However, all 50 states draw their districts based on flawed data from the U.S. Census that counts prisoners as if they were residents of the prison location, not of their home addresses. Under U.S. common law, people are residents of the place they choose to reside with an intent to remain, and as incarceration is involuntary, it should not qualify as a residence. In most states, this is explicit. New York State presents a particularly egregious example, where state counting of prisoners for redistricting purposes both violates the CERD treaty and possibly the state's constitution, which declares: "for purposes of voting, no person shall be deemed to have gained or lost a residence, by reason of his presence or absence ... while confined in any public prison."
Yet all 50 states dilute the votes of urban and communities of color by insisting on using the flawed Census data to apportion their legislative districts. According to Importing Constituents: Prisoners and Political Clout in New York, the first study to quantify the redistricting impact of disfranchised prison populations, counting people in prison as residents of the prisons and not their homes cost New York City, for instance, a net loss of 43,740 residents to prison towns outside the city. The transfer of this large, predominantly of color, non-voting population to upstate prisons, where it is counted as part of the population base for state legislative redistricting, artificially enhances the representation afforded to predominantly white, rural legislative districts.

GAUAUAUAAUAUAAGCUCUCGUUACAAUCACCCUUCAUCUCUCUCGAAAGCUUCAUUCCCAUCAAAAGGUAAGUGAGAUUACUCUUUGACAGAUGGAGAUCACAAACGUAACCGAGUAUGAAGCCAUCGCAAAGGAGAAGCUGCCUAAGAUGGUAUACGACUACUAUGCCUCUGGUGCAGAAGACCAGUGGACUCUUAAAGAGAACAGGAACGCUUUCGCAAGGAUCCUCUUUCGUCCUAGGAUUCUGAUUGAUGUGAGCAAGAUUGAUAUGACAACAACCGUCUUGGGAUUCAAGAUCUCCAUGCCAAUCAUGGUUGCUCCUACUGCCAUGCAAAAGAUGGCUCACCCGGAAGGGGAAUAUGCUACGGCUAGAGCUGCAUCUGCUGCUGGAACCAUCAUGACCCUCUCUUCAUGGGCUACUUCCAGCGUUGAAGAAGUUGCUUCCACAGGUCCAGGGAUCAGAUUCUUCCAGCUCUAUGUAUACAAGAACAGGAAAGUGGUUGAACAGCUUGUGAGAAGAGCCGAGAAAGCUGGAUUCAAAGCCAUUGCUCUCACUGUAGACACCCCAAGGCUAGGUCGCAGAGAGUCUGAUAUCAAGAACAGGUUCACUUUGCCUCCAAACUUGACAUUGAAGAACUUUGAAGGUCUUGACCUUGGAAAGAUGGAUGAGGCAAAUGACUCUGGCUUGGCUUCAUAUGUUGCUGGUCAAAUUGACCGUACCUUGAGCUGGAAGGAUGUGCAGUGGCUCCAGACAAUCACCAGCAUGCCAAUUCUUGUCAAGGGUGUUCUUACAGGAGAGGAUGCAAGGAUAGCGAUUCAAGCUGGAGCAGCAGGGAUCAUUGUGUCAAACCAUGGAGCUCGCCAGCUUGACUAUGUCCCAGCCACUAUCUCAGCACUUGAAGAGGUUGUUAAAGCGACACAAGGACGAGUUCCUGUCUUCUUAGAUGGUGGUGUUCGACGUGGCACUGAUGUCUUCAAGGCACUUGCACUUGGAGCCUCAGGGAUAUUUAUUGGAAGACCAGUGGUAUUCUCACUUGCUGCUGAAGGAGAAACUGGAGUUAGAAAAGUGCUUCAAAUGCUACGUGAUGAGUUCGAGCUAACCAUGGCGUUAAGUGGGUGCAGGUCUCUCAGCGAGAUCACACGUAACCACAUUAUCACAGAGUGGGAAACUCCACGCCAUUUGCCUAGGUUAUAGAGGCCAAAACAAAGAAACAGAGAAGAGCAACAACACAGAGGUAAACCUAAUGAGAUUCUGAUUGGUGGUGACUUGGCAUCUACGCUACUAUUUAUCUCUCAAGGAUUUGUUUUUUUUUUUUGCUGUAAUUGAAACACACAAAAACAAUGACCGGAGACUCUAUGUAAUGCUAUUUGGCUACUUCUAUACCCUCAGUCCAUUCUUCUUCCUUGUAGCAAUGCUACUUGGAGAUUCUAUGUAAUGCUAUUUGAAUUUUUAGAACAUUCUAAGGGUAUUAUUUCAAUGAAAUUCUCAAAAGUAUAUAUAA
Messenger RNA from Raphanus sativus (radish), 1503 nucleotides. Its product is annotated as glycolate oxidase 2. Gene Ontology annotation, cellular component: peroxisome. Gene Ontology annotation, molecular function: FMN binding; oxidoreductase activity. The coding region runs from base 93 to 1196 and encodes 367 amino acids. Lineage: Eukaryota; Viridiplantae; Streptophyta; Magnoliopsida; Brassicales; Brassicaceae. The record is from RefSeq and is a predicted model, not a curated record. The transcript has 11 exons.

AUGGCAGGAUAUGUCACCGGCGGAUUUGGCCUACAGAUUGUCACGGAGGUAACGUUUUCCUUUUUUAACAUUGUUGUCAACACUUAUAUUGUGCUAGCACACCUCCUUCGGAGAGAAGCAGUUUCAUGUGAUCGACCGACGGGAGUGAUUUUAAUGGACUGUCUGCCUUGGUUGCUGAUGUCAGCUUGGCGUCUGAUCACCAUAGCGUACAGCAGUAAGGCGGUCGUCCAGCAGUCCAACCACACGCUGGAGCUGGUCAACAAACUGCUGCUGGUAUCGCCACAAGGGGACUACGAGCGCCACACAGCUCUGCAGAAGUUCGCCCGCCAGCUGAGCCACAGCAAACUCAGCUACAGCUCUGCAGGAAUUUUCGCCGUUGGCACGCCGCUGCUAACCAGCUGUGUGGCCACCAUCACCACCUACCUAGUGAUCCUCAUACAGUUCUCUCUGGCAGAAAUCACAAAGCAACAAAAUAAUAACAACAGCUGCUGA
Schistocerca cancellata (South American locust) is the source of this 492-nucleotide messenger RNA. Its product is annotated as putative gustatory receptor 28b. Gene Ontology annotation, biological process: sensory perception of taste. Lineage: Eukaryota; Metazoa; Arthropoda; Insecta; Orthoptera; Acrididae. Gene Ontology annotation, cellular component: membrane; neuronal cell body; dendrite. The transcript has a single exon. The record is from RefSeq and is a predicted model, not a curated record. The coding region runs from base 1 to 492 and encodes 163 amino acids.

Demos and the Prison Policy Initiative urge CERD members, and the U.S. Census, to redress these violations of apportioning state legislative districts with data that credits disfranchised Black and Latino prisoners to white legislative districts and diluting the voting strength of Black and Latino populations. This is a clear violation of the United States' obligation under Article 5, which gives all groups the equal right to "to take part in the Government as well as in the conduct of public affairs."
For more information on this report and the CERD treaty, state specific activity, and the US Census, visit www.prisonersofthecensus.org.
About Demos and the Prison Policy initiative:
Demos is a national, non-profit and non-partisan public policy center. Demos publishes a wide array of research and books, hosts public forums, and works across the nation with advocates and policymakers in pursuit of three overarching goals: a more equitable economy with opportunity and prosperity shared by all; a vibrant and inclusive democracy with greater voter participation and civic engagement; and a public sector with the ability to address shared challenges and work for the common good
The non-profit, non-partisan Prison Policy Initiative documents the disastrous impact of mass incarceration on individuals, communities, and the national welfare. Among its publications is the report, Importing Constituents: Prisoners and Political Clout in New York (April 2002), which documents how the transfer of a large, non-voting population to upstate prisons, where it is counted as part of the population base for redistricting, artificially enhances the representation afforded to predominantly white, upstate legislative districts.
# # #